"Let's say you're an honest investigator," I said, picking up on his last thought. "What would you look for to convince you that something miraculous has occurred?"
"You would have a number of criteria. You would have to investigate to see if something cannot be accounted for in terms of the natural forces that were operable at that time and place. And you'd look for a religio-historical context."
I wanted to pursue this idea of context. Hume said that if historians uniformly agreed that the Queen of England died and then reappeared alive a month later, he would be inclined to accept any explanation other than God having performed a miracle. I asked Craig for his response to that.
"I would agree that a miracle without context is inherently ambiguous," Craig replied. "The context of a miracle can help us determine if it's from God or not. For instance, the Queen's revivification would lack any religious context and would basically be a bald and unexplained anomaly.
"But that's not the case with Jesus. His supernatural feats took place in a context charged with religious significance because he performed his miracles and exorcisms as signs of the in-breaking of the kingdom of God into human history, and they served as an authentication of his message. And his resurrection comes as the climax to his own unparalleled life and ministry and his radical claims to divine authority which got him crucified. This is why the Resurrection gives us pause, while the Queen's return would only perplex us. Therefore, the religio-historical context is crucial in understanding miraculous events."
But I pressed further: "Did Jesus perform miracles? What convinces you that he did?"
"The fact is that most New Testament critics today admit he performed what we would call miracles. Granted, they may not all believe these were genuine miracles, but the idea of Jesus of Nazareth as a miracle-worker and exorcist is part of the historical Jesus that's generally accepted by critics today."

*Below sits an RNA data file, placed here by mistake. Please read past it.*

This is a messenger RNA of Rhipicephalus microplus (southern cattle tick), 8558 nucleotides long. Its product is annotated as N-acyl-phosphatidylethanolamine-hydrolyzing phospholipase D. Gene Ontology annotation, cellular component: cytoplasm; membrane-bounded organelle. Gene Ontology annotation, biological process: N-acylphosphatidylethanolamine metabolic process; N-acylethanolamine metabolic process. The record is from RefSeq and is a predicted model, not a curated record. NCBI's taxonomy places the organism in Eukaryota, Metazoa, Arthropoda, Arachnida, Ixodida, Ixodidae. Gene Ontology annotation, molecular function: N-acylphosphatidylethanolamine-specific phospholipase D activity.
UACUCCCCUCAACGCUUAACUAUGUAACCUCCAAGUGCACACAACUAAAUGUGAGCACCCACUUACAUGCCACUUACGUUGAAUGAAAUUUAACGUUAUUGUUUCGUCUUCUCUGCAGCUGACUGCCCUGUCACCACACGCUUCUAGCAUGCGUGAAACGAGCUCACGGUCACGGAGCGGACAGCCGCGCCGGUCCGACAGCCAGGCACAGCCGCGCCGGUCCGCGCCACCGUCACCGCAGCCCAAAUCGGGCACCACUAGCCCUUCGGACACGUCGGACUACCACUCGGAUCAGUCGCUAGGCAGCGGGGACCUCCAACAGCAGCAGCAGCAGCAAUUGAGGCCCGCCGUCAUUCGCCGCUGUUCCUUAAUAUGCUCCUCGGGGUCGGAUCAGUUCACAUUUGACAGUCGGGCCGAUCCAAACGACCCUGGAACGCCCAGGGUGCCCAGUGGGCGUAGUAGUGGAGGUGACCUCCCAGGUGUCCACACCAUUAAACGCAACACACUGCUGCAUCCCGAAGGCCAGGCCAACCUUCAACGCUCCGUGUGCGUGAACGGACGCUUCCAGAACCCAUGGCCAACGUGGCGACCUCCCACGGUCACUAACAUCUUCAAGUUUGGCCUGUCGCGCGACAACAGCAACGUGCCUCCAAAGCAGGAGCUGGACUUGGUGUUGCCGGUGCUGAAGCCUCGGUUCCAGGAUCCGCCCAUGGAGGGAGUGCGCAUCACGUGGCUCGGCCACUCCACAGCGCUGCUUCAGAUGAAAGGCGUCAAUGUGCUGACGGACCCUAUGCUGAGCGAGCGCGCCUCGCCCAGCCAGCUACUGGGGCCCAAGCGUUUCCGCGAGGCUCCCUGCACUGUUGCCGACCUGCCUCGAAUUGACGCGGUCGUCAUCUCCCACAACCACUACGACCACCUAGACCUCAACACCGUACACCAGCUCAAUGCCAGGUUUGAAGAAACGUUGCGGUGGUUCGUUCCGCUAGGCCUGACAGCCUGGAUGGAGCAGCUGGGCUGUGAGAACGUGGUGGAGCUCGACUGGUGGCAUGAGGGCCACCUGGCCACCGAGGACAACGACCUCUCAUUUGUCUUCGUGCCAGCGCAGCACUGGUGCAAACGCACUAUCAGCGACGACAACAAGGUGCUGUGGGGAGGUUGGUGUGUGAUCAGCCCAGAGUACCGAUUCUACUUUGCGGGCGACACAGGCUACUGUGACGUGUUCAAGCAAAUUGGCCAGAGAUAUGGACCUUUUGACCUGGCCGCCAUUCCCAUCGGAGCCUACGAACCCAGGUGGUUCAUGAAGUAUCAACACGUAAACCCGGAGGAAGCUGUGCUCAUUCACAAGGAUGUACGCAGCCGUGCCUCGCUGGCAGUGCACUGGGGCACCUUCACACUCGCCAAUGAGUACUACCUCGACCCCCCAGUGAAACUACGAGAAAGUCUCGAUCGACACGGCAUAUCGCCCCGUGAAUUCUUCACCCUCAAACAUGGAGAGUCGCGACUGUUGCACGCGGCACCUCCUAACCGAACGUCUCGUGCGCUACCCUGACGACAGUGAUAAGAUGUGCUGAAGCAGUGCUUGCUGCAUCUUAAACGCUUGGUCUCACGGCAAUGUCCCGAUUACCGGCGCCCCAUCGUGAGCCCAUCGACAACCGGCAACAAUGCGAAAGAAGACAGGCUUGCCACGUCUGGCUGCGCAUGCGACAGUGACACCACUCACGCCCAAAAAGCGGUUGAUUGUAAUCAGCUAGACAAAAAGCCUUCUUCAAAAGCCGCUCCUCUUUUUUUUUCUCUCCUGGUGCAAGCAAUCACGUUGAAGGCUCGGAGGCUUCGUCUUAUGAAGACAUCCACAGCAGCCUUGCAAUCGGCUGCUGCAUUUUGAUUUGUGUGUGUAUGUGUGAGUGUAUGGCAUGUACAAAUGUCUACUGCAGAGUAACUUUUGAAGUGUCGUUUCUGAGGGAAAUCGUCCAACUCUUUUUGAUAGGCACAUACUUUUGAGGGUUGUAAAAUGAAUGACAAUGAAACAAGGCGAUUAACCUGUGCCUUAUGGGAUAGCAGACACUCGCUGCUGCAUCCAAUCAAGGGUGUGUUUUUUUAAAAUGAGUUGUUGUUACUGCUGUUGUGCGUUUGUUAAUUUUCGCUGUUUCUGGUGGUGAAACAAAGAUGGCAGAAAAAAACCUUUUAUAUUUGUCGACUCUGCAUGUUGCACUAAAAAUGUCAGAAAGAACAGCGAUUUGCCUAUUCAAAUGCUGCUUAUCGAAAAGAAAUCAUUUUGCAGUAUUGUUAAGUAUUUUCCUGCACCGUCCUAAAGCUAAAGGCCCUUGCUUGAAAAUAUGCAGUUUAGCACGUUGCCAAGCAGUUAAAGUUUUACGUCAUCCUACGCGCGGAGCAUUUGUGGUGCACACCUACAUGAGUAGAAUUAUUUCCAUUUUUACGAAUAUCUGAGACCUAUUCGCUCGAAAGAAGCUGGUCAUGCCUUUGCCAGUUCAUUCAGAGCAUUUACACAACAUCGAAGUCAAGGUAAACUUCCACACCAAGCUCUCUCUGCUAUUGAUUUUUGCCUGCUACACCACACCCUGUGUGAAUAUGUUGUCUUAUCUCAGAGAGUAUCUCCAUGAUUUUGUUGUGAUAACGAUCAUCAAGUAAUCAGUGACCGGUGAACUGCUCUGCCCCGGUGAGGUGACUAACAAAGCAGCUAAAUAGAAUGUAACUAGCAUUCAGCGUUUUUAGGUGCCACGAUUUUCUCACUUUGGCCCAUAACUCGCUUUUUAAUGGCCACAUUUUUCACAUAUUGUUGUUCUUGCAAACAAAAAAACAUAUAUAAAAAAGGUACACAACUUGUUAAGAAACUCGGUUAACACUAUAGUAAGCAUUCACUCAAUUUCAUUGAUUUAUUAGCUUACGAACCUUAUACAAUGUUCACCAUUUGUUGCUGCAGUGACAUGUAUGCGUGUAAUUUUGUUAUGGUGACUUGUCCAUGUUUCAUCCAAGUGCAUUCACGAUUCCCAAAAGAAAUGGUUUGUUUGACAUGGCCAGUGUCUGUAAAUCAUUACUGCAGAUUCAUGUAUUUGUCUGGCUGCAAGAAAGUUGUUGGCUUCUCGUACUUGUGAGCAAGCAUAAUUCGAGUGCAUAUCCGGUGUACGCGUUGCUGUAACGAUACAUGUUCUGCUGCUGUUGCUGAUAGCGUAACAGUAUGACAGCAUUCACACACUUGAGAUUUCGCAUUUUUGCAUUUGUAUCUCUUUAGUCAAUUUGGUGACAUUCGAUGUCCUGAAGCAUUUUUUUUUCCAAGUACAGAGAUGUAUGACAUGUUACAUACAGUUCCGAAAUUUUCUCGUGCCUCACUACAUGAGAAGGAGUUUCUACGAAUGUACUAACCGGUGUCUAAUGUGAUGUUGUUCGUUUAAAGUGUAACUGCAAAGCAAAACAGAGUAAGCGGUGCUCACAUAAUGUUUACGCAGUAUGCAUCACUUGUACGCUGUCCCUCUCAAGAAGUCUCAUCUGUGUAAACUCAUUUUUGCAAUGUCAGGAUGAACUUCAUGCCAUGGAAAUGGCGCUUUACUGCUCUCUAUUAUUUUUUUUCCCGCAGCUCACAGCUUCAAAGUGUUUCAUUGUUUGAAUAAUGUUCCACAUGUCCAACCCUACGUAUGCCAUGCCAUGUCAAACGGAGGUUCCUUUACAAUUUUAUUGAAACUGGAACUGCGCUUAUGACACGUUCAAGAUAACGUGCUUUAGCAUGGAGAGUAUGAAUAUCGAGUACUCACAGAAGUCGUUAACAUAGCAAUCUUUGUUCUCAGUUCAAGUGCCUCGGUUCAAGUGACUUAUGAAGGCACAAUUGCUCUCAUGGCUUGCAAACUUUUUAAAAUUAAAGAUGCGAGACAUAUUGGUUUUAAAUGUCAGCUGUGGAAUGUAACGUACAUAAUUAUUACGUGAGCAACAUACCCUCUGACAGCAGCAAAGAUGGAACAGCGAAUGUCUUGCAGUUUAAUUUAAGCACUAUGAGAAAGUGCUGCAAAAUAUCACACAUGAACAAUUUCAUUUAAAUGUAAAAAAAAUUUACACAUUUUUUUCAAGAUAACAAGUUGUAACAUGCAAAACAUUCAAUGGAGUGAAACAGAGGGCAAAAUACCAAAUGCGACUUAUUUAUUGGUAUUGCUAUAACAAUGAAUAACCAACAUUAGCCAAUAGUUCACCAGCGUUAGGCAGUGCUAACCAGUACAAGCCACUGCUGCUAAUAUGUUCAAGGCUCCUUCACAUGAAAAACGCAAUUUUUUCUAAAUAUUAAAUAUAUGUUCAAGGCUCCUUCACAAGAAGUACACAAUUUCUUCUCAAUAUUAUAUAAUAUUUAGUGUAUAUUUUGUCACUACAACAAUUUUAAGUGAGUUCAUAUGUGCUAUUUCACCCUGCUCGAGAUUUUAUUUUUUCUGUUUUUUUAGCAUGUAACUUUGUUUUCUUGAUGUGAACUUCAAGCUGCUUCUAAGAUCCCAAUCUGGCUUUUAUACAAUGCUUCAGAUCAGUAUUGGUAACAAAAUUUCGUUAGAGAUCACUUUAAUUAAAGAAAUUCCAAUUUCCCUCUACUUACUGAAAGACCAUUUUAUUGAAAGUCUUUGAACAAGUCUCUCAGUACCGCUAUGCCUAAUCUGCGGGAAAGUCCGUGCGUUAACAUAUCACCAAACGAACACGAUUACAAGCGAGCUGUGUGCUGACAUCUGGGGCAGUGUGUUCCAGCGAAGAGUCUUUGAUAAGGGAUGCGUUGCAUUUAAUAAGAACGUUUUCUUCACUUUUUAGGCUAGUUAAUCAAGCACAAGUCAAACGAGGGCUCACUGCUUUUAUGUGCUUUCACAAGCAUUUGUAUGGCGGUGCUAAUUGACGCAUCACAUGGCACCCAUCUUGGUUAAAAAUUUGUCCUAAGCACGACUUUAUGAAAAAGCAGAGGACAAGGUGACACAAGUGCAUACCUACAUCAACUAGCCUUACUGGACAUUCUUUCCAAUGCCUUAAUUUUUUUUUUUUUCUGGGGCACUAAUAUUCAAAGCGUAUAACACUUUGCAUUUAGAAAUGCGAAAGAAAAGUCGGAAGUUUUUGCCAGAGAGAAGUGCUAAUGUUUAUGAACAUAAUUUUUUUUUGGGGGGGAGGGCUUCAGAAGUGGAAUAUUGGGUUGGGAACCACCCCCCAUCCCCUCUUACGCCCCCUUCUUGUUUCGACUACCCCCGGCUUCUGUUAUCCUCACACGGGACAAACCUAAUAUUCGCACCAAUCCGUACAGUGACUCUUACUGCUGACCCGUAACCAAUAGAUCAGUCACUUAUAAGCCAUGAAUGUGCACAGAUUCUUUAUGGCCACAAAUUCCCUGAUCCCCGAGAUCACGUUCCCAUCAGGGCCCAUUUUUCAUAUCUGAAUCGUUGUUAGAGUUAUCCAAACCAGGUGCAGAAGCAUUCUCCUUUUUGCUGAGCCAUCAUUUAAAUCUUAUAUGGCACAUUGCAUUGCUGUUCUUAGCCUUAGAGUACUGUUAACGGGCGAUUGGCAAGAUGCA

With that, Craig swiveled his chair and withdrew a file from the shelf behind his desk. He flipped through some pages until he landed the one he was after. "Let me read you a quote from
Rudolf Bultmann, who's recognized as one of the most skeptical New Testament critics of this century":
The Christian fellowship was convinced that Jesus had done miracles and they told many stories of miracles about him. Most of these stories contained in the gospels are legendary or are at least dressed up with legend. But, there can be no doubt that Jesus did such deeds, which were, in his and his contemporaries' understanding, miracles; that is to say, events that were the result of supernatural divine causality. Doubtless he healed the sick and cast out demons.9
Craig closed the file. "Even Bultmann says miracles and exorcisms belong to the historical Jesus. Now, in Bultmann's day these stories were considered legendary because of the supposed influence of Greco-Roman mythology on the gospels, but scholars today realize this influence was virtually nil. They now believe the role of Jesus as a miracle-worker must be understood against the backdrop of first century Palestinian Judaism, where it fits right in.
"In fact," he concluded, "the only reason to be skeptical that these were genuine miracles rather than psychosomatic healings would be philosophical-do you believe that such events can occur or not? The historicity of the events is not in doubt."
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